Paul Kang, Grade 10
The Hallyu Wave, which translates to “The Korean Wave” is, according to korea.net, “A term now widely used to refer to the popularity of Korean entertainment and culture across Asia and other parts of the world”. This wave started as Korea started booming economically and growing technologically, and originated in Asia with China and Japan. With the rise of not only the famously known K-Pop but also Korean food and Korean dramas, the Hallyu wave has spread across the globe to the US, South America, Europe, Africa, and the Middle East. Riding the wave to bring an opportunity to immerse oneself in Korean culture is KCON.
KCON, since its roots in 2012, has attracted over one million visitors and has been held in cities across the world, such as Los Angeles, New York City, Newark, Saitama, Chiba, Abu Dhabi, Mexico City, Bangkok, and Sydney. The event is split up into two parts over the course of three days: three days of the convention itself, and two nights of concert.
The convention at KCON LA took place at the LA convention center and was packed full of activities. Sponsors for KCON had stalls that you could pay a visit to. Take, for example, the Melona stand where you could spin a wheel to get free ice cream or a tote bag, or perhaps the theQoos booth where meet and greets were held. Outside, food stalls were selling both traditional Korean street food like tteokbokki or soondae as well as newer, trendier food items like boba and Myungrang Hot Dog. A wide variety of Korean beauty products were available to purchase as well.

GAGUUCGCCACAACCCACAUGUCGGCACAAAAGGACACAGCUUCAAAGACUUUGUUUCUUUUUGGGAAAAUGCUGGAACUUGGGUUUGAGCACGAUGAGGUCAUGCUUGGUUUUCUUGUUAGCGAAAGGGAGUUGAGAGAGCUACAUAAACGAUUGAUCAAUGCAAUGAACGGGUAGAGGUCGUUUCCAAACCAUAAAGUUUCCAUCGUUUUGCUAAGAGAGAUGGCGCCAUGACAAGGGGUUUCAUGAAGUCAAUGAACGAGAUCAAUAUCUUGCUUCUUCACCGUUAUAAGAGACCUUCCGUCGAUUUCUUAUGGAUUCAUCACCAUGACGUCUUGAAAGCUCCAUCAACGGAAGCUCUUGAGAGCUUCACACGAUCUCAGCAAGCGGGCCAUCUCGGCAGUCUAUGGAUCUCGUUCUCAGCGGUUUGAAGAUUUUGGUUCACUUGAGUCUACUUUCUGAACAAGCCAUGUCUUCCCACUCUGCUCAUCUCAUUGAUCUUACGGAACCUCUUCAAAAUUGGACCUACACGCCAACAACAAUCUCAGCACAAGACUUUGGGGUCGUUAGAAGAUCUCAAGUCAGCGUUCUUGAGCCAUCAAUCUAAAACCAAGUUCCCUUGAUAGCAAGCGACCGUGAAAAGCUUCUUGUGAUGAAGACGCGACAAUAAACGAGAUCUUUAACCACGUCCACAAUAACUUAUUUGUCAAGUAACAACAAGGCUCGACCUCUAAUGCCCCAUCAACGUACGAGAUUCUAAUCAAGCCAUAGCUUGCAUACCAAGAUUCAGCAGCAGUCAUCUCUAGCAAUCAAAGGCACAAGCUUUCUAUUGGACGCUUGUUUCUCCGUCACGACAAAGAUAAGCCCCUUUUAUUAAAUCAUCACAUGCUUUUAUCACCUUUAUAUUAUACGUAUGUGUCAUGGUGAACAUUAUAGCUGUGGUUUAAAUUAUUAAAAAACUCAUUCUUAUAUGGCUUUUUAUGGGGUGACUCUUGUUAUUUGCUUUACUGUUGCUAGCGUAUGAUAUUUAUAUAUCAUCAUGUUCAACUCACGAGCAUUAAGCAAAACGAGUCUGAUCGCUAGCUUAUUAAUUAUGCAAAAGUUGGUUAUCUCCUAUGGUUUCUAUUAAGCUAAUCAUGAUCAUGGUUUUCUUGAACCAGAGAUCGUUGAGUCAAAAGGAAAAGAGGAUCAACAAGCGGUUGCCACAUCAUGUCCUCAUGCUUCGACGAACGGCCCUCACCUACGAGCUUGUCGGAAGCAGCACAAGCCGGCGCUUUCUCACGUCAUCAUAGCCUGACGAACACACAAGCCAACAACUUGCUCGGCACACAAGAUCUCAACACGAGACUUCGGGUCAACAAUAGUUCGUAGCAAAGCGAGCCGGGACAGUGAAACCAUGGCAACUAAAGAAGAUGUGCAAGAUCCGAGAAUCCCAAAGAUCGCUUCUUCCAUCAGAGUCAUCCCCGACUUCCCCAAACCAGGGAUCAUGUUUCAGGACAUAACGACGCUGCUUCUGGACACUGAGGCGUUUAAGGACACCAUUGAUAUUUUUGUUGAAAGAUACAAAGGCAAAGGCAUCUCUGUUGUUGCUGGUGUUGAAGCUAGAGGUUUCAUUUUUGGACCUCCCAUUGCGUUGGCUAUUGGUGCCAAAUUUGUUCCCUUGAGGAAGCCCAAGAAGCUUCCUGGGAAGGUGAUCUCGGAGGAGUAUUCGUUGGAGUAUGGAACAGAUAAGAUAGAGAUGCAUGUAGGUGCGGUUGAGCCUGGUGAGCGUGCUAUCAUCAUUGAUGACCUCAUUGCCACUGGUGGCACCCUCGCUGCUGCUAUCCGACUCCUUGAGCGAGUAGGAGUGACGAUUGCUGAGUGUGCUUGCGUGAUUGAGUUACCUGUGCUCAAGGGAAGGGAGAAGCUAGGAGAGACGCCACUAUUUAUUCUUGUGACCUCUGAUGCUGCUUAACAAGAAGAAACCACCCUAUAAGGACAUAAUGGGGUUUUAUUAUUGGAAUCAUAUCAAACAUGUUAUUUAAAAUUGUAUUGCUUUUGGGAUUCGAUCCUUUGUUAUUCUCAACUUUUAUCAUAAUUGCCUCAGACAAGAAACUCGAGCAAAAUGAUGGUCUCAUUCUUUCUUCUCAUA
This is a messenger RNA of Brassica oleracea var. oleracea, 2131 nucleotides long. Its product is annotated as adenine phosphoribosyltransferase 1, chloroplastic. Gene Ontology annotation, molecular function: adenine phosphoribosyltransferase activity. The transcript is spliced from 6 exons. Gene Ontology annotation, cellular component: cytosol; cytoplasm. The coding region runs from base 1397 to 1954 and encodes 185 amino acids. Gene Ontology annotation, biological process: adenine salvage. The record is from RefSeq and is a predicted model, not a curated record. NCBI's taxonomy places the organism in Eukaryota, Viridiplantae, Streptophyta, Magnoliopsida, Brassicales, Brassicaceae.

The concert was held on Saturday and Sunday night, and although many are attracted to the concert because of the famous K-Pop groups that perform, it is also an opportunity for lesser known groups to show their skill, talent, and charm. AB6IX, ATEEZ, fromis_9, IZ*ONE, ITZY, LOONA, MAMAMOO, MOMOLAND, N.Flying, NU’EST, SEVENTEEN, STRAY KIDS, SF9, and VERIVERY performed at KCON LA 2019, all of whom showed incredible performances, played interactive group games, and surprised with solo stages.
As for my personal experience, I ended up going to the concert with three friends, one of whom was Korean, but two of whom were not. My two non-Korean friends both immensely enjoyed the experience, delving deep into Korean culture and trying the niches of it. Not only was I happy to see them enjoying my own culture, I was so happy to see thousands of other non-Korean people attend the convention and concert and enjoy the culture that I know and also enjoy so very much.